Epstein, Parket, and Steinbruner created a simple game to model revolutionary behavior.
Agent-based modeling assumes that individuals are driven by a sets of simple choices. This could be managing scarce resources or deciding to revolt against the government. A large number of individuals making these small choices in a dynamic game create emergent and complex results.
This working paper presents an agent-based computational model of civil violence. We present two variants of the Civil Violence Model. In the first, a central authority seeks to suppress decentralized rebellion. In the second, a central authority seeks to suppress communal violence between two warring ethnic groups.
This Civil Violence Model assumes two basic actors: Agents and Cops. Agents are the general civilian population who may be for or against the government. Cops are government protectors.
Agent opinion of the government is determined by two factors – Hardship and Perceived Legitimacy of Government.
Grievance = Hardship (1 – Legitimacy) or G = H(1-L)
Agents who enjoy economic wealth and perceive the government as legitimate have very low grievance levels. Hardship alone is not a critical factor. It must be combined with an illegitimate government to reach critical levels of grievance.
They also include Risk Preference and Vision. Some Agents are Risk Takers and others are Risk Adverse, even if the probable utility of either choice is neutral. Vision is the agent ability to “see” positions in their area and gather information. This determines their ability to see other agents and cops. They are risk averse around cops and risk favorable in the absence of cops. This models the probability of arrest.
The Net Risk = Risk aversion x Probability of Arrest or N=RP
T is the threshold where grievance outweighs net risk.
So Agent Rule A is G-N>T be Active; Otherwise be Quiet.
This sets up a basic rule in the game to model civil disobedience and rebellion.
Epstein et al create similar game models for the cops.
Cops use vision to detect Active Agents and ignore Quiet Agents. They arrest Active Agents and place them in the model prison for a period of time.
1) Active Agents deceive Cops. They are risk adverse in the presence of Cops so they act like Quiet Agents. When the Cops leave, they act as Active Agents. This is because Net Risk outweighs Grievance near Cops.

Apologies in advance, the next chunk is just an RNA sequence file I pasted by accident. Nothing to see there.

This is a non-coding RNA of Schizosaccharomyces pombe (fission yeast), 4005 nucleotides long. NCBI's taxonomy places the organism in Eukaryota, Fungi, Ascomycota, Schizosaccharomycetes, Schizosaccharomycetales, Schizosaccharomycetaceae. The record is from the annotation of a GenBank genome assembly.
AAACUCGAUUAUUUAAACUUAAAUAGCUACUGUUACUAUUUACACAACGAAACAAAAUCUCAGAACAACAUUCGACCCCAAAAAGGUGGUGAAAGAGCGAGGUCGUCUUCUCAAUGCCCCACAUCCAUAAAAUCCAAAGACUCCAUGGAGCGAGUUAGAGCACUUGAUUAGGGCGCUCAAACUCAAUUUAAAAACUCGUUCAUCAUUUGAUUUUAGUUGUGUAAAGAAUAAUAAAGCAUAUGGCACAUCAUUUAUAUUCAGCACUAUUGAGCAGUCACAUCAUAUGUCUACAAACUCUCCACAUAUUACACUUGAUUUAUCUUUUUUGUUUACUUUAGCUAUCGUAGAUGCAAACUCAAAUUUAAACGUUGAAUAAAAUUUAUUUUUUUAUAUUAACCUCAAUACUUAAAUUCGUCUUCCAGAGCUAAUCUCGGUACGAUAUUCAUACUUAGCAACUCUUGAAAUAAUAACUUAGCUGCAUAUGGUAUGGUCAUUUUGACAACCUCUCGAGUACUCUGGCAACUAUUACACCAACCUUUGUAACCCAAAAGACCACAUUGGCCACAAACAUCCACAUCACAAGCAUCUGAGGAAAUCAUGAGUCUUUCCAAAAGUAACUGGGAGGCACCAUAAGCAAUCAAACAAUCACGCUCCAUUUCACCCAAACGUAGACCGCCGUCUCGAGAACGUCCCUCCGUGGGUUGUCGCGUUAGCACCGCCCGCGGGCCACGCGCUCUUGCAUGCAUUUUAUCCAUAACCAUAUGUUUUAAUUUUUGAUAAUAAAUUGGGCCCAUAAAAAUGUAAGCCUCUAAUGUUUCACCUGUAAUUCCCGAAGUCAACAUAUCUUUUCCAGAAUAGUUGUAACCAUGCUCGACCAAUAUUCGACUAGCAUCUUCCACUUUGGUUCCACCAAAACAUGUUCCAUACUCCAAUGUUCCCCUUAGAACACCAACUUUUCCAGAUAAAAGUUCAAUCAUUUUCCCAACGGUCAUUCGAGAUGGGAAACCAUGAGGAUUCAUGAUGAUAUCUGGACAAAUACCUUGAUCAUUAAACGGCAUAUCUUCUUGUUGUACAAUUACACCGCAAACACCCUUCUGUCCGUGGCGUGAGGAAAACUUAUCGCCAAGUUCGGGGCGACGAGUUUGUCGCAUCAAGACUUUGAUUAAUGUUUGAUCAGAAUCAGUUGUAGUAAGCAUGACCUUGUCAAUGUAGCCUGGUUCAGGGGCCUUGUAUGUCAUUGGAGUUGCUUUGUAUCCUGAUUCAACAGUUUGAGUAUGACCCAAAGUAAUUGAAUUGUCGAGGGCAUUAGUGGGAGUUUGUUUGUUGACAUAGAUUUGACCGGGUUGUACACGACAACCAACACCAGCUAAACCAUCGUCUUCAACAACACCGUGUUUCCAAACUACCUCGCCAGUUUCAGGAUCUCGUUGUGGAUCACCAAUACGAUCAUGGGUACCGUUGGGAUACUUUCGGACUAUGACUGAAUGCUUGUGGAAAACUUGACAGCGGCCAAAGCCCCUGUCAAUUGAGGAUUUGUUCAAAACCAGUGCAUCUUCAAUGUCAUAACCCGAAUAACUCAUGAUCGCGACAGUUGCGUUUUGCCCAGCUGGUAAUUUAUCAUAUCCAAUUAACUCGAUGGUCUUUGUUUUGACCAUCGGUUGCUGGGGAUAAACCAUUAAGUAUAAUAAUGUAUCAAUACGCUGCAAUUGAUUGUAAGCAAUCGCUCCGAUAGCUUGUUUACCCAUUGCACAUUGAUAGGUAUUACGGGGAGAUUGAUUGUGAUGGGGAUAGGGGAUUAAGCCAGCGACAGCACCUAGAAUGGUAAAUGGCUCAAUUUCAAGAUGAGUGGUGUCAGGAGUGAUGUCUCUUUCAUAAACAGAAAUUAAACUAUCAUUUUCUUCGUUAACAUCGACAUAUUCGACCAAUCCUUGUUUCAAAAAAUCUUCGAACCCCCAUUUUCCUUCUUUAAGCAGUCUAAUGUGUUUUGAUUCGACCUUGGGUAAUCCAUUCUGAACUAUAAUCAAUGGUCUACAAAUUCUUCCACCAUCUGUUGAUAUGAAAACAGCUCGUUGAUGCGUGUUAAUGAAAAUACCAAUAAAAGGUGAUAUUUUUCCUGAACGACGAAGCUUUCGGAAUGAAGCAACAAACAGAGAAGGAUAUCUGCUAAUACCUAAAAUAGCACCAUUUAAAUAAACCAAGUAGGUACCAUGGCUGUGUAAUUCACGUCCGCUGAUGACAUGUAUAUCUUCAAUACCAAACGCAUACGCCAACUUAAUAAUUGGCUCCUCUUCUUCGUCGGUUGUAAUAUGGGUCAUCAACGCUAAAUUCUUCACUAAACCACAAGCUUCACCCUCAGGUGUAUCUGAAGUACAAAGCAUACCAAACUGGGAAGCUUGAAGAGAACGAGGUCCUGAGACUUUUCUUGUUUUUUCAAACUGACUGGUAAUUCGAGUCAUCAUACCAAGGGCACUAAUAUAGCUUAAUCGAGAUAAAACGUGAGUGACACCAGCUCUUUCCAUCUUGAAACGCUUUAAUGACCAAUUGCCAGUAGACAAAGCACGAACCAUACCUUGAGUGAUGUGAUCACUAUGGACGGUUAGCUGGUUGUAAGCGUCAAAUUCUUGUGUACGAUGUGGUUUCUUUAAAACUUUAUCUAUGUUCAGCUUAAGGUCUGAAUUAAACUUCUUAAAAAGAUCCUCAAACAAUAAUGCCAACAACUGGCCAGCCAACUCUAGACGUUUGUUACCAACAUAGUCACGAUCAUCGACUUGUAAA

2) Free Assembly Catalyzes Rebellion
A high density of Active Agents are undeterred by a low density of Cops. This simulates aggressive mob behavior. Rationally the net risk is low because they cops cannot arrest all agents. Even low levels of grievance outweigh the net risk, so otherwise Quiet Agents become Active Agents – they join the mob.
3) More Cops decrease rebellion even in cases of hardship and low legitimacy. Reduction of Cops decreases Net Risk and increases likelihood of rebellion. This can be the Police State rule.
4) Punctuated Equilibrium followed by Revolution
There are periodic outbursts of rebellion with indefinite quiet periods in between. Revolutions do not occur gradually.
Here are some of the interesting model results.
A large drop in government legitimacy in small increments over time does not produce a rebellion. After each small drop in legitimacy, a handful of Agents turn Active and Cops arrest this. This increases the size of the prison population and prevents a rebellion. Cops arrest the “tails” of Active Agents and prevent them from organizing large networks to rebel.
A small drop of legitimacy at once can lead to rebellion. A large number of Agents turn Active before Cops can arrest them. This triggers mobs of Active Agents.
This could explain seemingly small “Triggering” events that lead to revolution.
A few minor changes can make Epstein’s game more complex. Assume Cops are Loyal or Disloyal to the government in the same manner as Agents: G-N>T. Cops can join the rebellion if their grievance is high enough. Another minor change – Quiet Agents can “inform” Cops of Active Agents, like a Secret Police. This increases a Cops vision and reduces the ability of Active Agents to deceive Cops. We could add “Rebel Cops” who arrest Quiet Agents in times of unrest. This further changes the dynamics.
There is a second model that describes two rival groups of Agents (Green and Blue) at war, with the Cops acting as peacekeepers. This produces interesting results as well, including complex results like of genocide and safe havens. Peacekeepers are most effective in defending a perimeter around an ethnic cluster (Safe Haven) and least effective when dispersed.
These models can be used to help describe historical events. If they count all variable inputs into the system, the results should accurately describe the historical event. It also offers a way to better predict the probability of future events – similar to meteorology.